Certain business models work better the closer the enterprise gets to reaching capacity. The goal is to fill every seat. Airlines understand that closing the cabin door is the end of the window of opportunity to sell seats. Once the flight departs they can offer high priced amenities but not seats for sale. Airline business models are based on projecting need and filling 99% of the demand (somebody always doesn’t show). If your cause thrives on capacity then the airline business models is ideal.
However, if your cause requires a deep personal connection then the capacity metric is not the preferred measurement for success. Open seats in an independent school classroom should not be sold at a discount to anyone willing to pay a last minute entry fee. Schools need students and families who are going to enhance the community experience. If they accept everyone using the airline capacity model there are sure to be conflicts. Purposes and expectations will clearly be misaligned. When the airlines board a passenger who in intoxicated and unruly the other passengers get upset with the airlines. They report via social media how they will never fly the airline of record again because of poor customer service quality. Airlines can afford to find more customers. Schools and deeply connected causes cannot. Therefore, get the right people on the plane. Leave a few seats open if you cannot find those ideally suited to join your cause. Individual experience is essential and creating scarcity and a waiting list are high quality problems.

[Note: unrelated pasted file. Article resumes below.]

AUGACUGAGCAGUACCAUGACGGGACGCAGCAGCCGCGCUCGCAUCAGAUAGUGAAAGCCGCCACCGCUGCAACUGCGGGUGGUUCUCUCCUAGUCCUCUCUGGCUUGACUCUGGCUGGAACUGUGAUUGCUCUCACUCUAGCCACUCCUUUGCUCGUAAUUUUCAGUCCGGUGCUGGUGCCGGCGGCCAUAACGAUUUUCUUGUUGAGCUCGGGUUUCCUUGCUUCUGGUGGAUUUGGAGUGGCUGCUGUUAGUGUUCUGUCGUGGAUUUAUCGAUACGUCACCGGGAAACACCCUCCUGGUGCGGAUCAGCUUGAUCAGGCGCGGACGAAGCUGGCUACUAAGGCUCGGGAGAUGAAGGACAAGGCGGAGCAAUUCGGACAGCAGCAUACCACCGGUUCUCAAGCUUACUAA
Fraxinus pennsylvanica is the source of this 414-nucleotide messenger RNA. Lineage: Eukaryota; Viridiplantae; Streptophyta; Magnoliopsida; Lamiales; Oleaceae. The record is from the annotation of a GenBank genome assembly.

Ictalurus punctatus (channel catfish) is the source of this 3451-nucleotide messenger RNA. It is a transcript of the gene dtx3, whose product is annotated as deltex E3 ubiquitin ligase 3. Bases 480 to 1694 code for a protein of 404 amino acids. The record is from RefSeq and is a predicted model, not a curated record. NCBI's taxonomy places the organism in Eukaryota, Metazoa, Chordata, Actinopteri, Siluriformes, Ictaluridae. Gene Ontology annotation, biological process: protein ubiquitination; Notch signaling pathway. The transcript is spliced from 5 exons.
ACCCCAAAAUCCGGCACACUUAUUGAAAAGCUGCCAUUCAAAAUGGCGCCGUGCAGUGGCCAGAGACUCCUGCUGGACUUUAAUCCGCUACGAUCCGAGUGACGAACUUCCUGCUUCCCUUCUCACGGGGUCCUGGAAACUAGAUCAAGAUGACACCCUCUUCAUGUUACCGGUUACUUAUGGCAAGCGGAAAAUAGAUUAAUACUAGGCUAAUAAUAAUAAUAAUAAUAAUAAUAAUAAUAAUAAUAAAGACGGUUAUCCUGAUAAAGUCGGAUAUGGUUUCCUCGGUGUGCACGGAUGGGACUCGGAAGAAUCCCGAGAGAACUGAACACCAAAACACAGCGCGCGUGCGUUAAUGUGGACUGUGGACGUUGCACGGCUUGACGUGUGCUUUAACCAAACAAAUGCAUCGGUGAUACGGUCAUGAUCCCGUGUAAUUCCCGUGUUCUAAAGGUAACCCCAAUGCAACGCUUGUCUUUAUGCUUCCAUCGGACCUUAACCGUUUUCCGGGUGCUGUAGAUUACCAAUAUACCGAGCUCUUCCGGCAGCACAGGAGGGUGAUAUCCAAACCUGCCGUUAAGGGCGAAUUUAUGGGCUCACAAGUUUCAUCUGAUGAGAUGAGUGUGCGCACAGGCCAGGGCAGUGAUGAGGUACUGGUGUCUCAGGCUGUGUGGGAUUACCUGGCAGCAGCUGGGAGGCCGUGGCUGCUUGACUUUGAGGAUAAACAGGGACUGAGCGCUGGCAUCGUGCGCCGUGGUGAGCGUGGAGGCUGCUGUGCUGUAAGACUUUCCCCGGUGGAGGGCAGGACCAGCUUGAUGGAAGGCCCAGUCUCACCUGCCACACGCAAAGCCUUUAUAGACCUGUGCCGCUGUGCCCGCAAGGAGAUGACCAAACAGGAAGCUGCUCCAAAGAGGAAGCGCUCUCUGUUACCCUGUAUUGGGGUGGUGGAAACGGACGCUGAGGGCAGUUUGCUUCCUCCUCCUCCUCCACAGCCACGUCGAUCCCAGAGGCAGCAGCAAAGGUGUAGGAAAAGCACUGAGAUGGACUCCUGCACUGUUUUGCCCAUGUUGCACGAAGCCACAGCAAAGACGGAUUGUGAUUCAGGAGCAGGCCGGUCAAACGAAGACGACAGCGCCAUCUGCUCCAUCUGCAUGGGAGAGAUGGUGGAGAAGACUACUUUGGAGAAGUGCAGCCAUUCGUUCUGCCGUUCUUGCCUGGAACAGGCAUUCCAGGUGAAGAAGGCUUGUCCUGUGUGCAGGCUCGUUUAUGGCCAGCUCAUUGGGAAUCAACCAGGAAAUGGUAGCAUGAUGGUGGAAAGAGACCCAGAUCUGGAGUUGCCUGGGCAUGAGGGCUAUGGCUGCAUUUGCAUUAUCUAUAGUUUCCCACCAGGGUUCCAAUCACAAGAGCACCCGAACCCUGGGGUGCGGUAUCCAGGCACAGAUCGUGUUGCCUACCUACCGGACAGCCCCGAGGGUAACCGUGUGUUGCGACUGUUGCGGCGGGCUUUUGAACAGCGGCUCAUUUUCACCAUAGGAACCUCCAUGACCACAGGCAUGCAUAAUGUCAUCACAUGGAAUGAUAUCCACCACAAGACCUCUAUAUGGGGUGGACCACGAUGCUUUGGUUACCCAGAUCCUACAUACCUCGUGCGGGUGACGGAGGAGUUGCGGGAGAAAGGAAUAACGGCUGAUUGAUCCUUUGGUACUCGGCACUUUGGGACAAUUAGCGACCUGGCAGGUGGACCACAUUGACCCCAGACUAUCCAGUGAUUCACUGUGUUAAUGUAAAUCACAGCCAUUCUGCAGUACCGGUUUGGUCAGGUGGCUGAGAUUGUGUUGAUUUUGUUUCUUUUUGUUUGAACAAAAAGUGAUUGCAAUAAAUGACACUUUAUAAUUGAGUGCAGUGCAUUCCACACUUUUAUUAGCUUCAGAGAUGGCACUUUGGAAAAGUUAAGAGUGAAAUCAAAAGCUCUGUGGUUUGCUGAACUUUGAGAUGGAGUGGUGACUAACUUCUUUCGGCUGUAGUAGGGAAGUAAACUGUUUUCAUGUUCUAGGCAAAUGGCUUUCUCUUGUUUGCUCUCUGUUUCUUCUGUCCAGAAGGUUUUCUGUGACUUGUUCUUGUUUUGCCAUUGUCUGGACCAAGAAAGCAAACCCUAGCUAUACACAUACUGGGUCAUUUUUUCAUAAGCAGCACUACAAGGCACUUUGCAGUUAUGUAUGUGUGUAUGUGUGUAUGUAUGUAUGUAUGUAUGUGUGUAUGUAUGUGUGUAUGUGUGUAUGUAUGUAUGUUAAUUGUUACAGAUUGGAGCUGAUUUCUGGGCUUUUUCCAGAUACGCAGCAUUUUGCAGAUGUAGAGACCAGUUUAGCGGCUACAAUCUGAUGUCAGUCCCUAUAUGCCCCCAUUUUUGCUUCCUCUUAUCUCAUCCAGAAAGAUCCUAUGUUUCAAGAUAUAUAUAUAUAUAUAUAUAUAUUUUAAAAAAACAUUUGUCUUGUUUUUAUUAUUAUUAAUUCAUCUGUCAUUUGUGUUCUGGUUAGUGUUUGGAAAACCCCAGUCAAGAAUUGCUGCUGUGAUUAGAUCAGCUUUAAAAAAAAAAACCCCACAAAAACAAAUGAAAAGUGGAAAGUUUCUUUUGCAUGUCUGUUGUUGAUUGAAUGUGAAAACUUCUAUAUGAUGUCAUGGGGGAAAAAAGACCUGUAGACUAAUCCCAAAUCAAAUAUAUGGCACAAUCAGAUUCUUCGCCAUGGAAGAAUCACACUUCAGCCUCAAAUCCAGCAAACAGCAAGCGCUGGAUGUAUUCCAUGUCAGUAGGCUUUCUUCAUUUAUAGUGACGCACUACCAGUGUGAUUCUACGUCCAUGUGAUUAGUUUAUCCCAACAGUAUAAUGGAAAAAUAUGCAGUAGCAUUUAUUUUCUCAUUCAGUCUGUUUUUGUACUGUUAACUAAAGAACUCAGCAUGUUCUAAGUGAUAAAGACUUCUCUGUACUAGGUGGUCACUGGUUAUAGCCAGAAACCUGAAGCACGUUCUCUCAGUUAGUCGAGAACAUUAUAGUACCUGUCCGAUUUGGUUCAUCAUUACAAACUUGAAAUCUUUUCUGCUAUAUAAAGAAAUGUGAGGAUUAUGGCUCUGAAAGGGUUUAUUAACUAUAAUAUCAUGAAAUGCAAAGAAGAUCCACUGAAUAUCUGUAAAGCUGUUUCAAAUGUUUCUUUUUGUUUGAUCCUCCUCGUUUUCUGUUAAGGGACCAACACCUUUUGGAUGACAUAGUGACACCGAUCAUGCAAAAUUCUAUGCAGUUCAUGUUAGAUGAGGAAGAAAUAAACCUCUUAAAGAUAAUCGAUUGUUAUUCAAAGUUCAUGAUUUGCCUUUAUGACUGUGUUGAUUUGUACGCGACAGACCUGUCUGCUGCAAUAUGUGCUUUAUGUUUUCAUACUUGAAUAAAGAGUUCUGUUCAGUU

Decide if your enterprise needs everyone or just a select few. Then get disciplined about your strategy.